Opinion piece by Todd Harper, CEO of Cancer Council Victoria. Published in the Herald Sun (p. 31) on 31/12/2018.
Stopping cancer before it starts makes sense. But increasingly, we are realising it makes great cents, too. In fact, the evidence is showing that preventing cancer is good value for money, offering positive returns on investments.
Recently, the Public Health Association of Australia named the 10 biggest successes in public health over the past 20 years. These programs, such as tobacco control, the National Cervical Screening Program, and SunSmart, have all had an immense impact on public health.
The PHAA argued that as well as the health benefits, the economic benefits of preventative measures are significant. So why does spending on preventing cancer and other diseases make up less than 2per cent of government health budgets?
This anaemic allocation has changed little in the past decade, even though we already know how to prevent more than a third of all cancers by investing in programs that reduce risk factors such as tobacco use, UV exposure, unhealthy weight, poor diet, alcohol abuse, and inactivity.
Better investment to reduce these kinds of risk factors makes sense when you consider that annual cancer diagnoses are set to grow from an estimated 138,000 this year to 150,000 by 2020.
So why is it that the prevention of cancers is so under-funded?
Partly, it’s about poorly defined property rights.
In some areas of health, including in the pharmaceutical sector, research opportunities are taken up in the expectation of a of securing a revenue stream.
By contrast, organisations dedicated to the science of prevention are typically motivated more by the public interest, and are more likely to freely share knowledge about programs that work to encourage a greater focus on such strategies. But we do still require other partners, including governments, to invest.
Partly, the problem is political. Public funding of health prevention can fall victim to short-term priorities, especially when new governments come to power wanting to put taxpayers’ cash behind different approaches.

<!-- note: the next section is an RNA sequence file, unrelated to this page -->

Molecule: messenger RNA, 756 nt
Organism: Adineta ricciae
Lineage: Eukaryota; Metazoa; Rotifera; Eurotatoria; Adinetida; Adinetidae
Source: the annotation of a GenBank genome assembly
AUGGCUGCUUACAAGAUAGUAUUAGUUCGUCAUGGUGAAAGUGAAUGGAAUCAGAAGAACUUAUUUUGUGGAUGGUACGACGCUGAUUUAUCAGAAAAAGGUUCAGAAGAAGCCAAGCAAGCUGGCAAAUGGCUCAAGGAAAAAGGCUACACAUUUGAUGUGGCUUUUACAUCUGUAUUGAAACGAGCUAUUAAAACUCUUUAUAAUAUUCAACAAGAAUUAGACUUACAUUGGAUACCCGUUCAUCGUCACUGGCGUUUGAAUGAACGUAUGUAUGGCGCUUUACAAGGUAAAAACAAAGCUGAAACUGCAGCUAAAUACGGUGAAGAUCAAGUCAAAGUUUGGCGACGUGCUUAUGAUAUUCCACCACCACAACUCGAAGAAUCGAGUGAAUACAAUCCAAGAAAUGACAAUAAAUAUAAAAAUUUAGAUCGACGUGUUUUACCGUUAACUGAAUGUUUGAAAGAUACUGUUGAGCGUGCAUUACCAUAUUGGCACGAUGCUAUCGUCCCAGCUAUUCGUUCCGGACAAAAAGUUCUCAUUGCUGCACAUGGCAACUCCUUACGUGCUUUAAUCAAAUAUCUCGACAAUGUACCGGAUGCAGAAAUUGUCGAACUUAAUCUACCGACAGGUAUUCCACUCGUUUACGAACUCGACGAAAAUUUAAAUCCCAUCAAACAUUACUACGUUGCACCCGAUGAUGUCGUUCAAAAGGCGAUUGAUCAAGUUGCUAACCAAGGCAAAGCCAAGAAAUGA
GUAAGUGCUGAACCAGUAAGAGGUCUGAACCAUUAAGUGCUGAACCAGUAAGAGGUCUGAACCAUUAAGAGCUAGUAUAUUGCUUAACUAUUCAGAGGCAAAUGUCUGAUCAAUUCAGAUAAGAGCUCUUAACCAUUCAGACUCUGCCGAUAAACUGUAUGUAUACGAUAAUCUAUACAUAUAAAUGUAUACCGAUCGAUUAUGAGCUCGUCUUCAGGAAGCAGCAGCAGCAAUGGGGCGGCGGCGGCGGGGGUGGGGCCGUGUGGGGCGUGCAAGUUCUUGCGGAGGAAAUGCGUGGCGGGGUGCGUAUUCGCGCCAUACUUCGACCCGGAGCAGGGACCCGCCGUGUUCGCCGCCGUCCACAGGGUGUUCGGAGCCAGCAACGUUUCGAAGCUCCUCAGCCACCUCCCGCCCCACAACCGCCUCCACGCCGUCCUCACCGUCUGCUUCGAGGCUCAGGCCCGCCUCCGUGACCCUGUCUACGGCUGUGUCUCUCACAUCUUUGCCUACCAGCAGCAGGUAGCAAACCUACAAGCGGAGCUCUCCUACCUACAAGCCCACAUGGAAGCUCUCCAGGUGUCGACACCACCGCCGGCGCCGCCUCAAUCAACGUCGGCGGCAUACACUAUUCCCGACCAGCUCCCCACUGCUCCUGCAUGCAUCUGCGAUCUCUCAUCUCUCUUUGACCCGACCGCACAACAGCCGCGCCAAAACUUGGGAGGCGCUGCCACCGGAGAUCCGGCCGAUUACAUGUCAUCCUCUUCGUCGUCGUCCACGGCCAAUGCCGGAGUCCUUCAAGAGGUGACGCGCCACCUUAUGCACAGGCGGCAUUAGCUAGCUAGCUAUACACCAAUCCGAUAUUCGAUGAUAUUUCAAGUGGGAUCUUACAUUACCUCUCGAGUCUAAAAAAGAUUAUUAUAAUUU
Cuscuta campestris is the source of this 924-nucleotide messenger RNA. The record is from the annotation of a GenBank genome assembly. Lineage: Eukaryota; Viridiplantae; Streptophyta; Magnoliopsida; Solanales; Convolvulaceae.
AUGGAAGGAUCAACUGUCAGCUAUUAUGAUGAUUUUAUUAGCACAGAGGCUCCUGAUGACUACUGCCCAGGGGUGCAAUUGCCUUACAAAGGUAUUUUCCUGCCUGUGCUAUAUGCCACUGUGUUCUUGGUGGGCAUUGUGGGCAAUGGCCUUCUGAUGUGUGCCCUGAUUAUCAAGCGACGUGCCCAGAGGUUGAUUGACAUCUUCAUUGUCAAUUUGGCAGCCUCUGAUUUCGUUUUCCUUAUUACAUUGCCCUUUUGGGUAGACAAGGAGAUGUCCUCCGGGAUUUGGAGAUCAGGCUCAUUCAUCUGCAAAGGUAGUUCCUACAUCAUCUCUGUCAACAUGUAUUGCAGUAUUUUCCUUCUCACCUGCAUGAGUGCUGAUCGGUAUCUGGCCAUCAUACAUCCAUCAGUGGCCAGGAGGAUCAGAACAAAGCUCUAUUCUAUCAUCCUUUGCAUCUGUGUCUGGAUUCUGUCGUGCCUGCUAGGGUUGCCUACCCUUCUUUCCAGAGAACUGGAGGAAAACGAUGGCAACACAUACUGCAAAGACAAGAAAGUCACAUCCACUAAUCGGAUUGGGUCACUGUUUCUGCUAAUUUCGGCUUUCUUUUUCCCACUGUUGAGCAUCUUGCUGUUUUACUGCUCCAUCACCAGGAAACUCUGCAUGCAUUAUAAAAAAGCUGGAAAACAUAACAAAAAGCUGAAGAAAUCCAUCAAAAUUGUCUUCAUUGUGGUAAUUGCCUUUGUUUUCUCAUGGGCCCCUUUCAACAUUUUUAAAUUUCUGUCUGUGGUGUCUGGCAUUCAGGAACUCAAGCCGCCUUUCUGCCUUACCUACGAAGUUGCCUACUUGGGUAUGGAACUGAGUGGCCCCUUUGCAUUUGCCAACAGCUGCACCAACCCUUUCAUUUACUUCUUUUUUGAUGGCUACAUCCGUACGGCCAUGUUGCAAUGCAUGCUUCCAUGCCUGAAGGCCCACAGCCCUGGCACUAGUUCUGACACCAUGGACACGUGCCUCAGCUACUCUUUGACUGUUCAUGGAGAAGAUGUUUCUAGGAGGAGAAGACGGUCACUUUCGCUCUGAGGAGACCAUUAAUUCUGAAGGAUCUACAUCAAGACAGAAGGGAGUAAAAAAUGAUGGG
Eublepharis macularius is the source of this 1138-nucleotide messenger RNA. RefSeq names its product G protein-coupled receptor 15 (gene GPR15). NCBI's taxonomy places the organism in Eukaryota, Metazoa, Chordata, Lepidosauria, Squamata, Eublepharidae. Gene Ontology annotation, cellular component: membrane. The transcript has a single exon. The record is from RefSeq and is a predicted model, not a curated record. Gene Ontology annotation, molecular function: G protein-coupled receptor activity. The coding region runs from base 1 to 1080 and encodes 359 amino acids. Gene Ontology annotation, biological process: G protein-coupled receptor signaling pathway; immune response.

But we know that effective prevention is a long game. Just think of road-safety programs, the Quit campaigns, SunSmart, occupational health and safety, HIV/AIDS: success was achieved over decades, through sustained funding and commitments from government and the community sector. But that kind of funding is now lacking - even in smoking, where we know that investing in prevention will deliver measurable outcomes. Despite tobacco taxes bringing in more than $12 billion per annum, less than 1c in every $10 in tobacco taxation is ploughed back into media campaigns that are proven to help smokers quit.
If we look at another public health issue linked to cancer - unhealthy weight - there’s clearly a need for urgent attention.
The Cancer Council recently launched a new campaign, “13 types of cancer”, which exposes the link between obesity and 13 types of cancer by depicting the toxic fat around internal organs.
Sugary drinks contribute the most added sugar to our diets, so the campaign focuses on how these beverages can lead to unhealthy weight gain.
Deakin Health Economics found this type of campaign was highly cost-effective. It estimated a $9.8 million investment could deliver a $51.3 million saving in healthcare costs and save 4540 year of life in full health.
Few governments in Australia have a plan to address childhood obesity, despite its role in cancer, heart disease and diabetes. Figures show that more than a quarter of Australian children are above their healthy weight.
Prevention programs are a solid, blue-chip health investment that pay dividends in lives saved, pain and suffering prevented, health costs reduced, and economic productivity improved.
Long-term investment and commitment to public health programs have demonstrated that behavioural and cultural change is possible. For example, SunSmart is one of the longest-running and most successful skin cancer-prevention programs in the world, preventing more than 43,000 skin cancers from1988 to 2010 in Victoria, averting 1400 premature deaths, and resulting in a net cost saving of $92 million.
On top of that, SunSmart prevented $713 million in productivity losses to the state economy over that same period. In fact, for every dollar spent on SunSmart, it is estimated that the program returned $2.22. Multiply that figure by every state and territory, and it’s clear this is a very smart investment. Similar examples of blue-chip investments can be found for anti-tobacco programs, bowel cancer screening, and programs encouraging physical activity and healthy diets.
We need far sighted leadership to invest in effective prevention. Governments that show such leadership will be rewarded with reduced expenditure, and better health outcomes and productivity.
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